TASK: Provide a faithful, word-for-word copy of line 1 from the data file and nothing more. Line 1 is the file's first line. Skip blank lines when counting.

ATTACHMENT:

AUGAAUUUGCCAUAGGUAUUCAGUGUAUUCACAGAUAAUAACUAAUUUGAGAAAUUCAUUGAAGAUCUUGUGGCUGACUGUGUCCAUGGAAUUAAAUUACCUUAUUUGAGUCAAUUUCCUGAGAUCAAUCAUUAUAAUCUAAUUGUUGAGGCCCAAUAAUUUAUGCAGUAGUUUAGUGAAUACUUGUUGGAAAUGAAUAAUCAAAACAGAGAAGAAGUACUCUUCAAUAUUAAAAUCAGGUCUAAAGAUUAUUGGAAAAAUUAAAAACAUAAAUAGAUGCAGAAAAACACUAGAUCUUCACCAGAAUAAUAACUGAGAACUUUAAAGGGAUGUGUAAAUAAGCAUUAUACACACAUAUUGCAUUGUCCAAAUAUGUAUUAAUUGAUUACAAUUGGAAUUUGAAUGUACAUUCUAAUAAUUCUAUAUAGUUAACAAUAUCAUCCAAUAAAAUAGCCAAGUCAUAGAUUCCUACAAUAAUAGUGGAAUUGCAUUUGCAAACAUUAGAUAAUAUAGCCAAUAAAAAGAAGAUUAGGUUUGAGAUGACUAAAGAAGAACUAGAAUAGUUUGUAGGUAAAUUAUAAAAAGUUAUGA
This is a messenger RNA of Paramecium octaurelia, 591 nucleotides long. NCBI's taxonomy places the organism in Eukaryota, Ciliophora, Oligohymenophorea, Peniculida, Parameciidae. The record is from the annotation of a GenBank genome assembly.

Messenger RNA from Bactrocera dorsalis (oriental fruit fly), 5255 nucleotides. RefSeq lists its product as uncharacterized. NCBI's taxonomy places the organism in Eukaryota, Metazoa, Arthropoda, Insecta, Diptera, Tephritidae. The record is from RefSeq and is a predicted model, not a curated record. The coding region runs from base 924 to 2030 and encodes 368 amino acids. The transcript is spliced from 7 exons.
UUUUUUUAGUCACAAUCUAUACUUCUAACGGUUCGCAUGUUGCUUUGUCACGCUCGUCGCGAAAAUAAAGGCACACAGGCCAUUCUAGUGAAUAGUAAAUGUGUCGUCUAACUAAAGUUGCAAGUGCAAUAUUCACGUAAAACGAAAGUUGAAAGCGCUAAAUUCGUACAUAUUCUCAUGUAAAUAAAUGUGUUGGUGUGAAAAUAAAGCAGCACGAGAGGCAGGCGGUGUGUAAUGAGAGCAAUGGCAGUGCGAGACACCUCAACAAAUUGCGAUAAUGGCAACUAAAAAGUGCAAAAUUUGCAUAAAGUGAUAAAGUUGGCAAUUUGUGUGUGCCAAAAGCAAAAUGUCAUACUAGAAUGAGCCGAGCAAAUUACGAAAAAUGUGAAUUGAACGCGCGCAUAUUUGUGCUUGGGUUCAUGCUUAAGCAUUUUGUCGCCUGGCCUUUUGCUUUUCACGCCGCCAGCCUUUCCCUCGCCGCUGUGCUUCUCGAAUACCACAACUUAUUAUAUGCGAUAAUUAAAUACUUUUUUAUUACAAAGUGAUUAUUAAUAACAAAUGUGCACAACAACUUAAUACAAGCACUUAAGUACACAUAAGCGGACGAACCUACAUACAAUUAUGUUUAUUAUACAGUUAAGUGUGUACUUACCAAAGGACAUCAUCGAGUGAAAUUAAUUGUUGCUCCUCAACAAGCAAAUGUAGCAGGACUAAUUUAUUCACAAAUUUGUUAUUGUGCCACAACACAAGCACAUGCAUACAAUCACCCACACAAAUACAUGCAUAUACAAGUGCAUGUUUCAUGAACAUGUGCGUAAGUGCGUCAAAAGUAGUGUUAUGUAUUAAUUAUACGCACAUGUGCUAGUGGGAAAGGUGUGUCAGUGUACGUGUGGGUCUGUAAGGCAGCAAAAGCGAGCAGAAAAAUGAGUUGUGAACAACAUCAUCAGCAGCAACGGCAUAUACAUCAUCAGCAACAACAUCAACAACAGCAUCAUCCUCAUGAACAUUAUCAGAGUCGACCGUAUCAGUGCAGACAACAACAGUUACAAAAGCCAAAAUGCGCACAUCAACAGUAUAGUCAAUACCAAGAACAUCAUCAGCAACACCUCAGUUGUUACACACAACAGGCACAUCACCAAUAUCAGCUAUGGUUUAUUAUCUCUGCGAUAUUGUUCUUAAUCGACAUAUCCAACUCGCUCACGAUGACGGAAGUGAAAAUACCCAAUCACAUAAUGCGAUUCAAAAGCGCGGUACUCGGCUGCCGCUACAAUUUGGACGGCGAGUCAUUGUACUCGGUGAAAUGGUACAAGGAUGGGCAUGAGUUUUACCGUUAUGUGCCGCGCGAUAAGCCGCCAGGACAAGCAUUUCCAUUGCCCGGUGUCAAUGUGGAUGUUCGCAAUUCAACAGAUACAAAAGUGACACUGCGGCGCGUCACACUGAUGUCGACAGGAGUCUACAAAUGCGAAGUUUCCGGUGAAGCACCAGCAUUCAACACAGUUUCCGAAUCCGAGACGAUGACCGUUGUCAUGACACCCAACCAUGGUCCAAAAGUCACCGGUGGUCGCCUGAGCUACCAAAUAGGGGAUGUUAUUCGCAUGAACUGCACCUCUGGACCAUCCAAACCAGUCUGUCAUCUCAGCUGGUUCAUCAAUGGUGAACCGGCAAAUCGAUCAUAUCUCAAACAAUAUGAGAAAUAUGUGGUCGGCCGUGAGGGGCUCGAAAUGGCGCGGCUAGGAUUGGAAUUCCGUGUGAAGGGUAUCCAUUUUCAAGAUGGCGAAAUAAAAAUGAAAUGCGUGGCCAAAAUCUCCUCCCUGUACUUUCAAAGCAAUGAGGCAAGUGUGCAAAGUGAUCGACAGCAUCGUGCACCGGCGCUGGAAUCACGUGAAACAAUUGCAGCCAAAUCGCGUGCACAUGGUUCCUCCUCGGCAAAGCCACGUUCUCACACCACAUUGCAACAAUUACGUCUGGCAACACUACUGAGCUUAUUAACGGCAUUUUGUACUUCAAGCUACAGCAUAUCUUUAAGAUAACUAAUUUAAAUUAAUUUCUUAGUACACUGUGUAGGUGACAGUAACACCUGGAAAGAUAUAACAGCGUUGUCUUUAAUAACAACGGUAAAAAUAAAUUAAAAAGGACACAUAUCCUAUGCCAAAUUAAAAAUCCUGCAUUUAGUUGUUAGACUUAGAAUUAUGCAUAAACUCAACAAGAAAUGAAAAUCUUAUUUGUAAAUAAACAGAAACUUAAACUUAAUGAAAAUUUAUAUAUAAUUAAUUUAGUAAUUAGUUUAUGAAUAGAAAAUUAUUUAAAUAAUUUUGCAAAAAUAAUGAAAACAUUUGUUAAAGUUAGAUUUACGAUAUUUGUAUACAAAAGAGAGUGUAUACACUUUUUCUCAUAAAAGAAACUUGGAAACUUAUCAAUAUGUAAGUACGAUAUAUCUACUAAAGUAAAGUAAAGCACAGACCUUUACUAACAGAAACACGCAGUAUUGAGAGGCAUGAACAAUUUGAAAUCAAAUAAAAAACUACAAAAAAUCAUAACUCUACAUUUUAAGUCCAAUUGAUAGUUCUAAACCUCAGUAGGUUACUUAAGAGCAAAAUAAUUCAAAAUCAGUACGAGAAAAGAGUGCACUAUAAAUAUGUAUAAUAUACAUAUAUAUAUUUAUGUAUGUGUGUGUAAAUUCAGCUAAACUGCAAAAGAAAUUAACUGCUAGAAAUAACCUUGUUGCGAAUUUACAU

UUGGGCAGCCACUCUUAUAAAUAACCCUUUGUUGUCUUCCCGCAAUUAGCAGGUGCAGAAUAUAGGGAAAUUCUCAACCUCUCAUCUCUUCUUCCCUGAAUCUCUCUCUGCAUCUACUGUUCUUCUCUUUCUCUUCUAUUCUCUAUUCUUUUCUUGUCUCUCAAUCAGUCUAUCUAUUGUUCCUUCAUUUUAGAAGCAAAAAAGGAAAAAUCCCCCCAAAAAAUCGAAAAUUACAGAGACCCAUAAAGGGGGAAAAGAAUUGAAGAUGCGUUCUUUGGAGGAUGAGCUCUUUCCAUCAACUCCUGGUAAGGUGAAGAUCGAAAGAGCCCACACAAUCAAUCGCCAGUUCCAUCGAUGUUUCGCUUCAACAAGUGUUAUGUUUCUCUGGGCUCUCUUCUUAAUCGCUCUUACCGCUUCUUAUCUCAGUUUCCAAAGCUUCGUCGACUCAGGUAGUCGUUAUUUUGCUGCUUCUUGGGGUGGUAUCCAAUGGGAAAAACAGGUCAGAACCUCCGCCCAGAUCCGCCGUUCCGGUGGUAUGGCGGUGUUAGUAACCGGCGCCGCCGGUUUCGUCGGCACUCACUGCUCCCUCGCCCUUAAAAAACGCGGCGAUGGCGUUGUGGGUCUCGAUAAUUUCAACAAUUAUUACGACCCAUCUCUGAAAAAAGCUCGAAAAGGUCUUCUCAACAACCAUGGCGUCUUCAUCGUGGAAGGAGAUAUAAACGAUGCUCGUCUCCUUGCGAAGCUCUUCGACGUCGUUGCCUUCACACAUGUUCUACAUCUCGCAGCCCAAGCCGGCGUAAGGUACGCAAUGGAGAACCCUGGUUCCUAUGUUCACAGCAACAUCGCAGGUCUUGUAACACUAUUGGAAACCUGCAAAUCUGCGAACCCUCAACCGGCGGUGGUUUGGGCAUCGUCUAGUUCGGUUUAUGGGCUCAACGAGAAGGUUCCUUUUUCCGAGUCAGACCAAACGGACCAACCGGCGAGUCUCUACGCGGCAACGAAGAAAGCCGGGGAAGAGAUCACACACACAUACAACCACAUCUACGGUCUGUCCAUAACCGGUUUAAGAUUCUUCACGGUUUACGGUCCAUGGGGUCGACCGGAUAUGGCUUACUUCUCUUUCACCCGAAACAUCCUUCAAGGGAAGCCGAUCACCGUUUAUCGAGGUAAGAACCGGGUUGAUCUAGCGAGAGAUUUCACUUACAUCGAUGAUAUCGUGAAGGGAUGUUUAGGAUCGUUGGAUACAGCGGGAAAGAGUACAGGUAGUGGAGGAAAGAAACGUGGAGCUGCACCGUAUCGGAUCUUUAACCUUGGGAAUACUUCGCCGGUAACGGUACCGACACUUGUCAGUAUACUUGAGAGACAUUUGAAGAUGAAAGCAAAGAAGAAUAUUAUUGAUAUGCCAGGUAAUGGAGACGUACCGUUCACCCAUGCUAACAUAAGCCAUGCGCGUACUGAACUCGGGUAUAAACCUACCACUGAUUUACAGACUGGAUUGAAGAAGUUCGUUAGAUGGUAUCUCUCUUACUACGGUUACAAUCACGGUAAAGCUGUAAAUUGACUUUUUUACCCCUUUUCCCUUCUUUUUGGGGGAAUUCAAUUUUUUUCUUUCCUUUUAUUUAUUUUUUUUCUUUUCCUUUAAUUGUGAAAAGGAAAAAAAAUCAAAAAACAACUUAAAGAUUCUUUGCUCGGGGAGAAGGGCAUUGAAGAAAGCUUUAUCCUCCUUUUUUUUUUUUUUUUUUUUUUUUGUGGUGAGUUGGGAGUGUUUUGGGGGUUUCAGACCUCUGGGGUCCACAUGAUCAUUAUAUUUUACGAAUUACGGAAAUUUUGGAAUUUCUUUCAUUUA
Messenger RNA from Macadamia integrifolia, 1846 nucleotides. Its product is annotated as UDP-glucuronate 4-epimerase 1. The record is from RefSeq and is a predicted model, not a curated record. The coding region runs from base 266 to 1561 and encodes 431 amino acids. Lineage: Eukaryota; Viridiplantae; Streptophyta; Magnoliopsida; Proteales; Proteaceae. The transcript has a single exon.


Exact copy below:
AUGAAUUUGCCAUAGGUAUUCAGUGUAUUCACAGAUAAUAACUAAUUUGAGAAAUUCAUUGAAGAUCUUGUGGCUGACUGUGUCCAUGGAAUUAAAUUACCUUAUUUGAGUCAAUUUCCUGAGAUCAAUCAUUAUAAUCUAAUUGUUGAGGCCCAAUAAUUUAUGCAGUAGUUUAGUGAAUACUUGUUGGAAAUGAAUAAUCAAAACAGAGAAGAAGUACUCUUCAAUAUUAAAAUCAGGUCUAAAGAUUAUUGGAAAAAUUAAAAACAUAAAUAGAUGCAGAAAAACACUAGAUCUUCACCAGAAUAAUAACUGAGAACUUUAAAGGGAUGUGUAAAUAAGCAUUAUACACACAUAUUGCAUUGUCCAAAUAUGUAUUAAUUGAUUACAAUUGGAAUUUGAAUGUACAUUCUAAUAAUUCUAUAUAGUUAACAAUAUCAUCCAAUAAAAUAGCCAAGUCAUAGAUUCCUACAAUAAUAGUGGAAUUGCAUUUGCAAACAUUAGAUAAUAUAGCCAAUAAAAAGAAGAUUAGGUUUGAGAUGACUAAAGAAGAACUAGAAUAGUUUGUAGGUAAAUUAUAAAAAGUUAUGA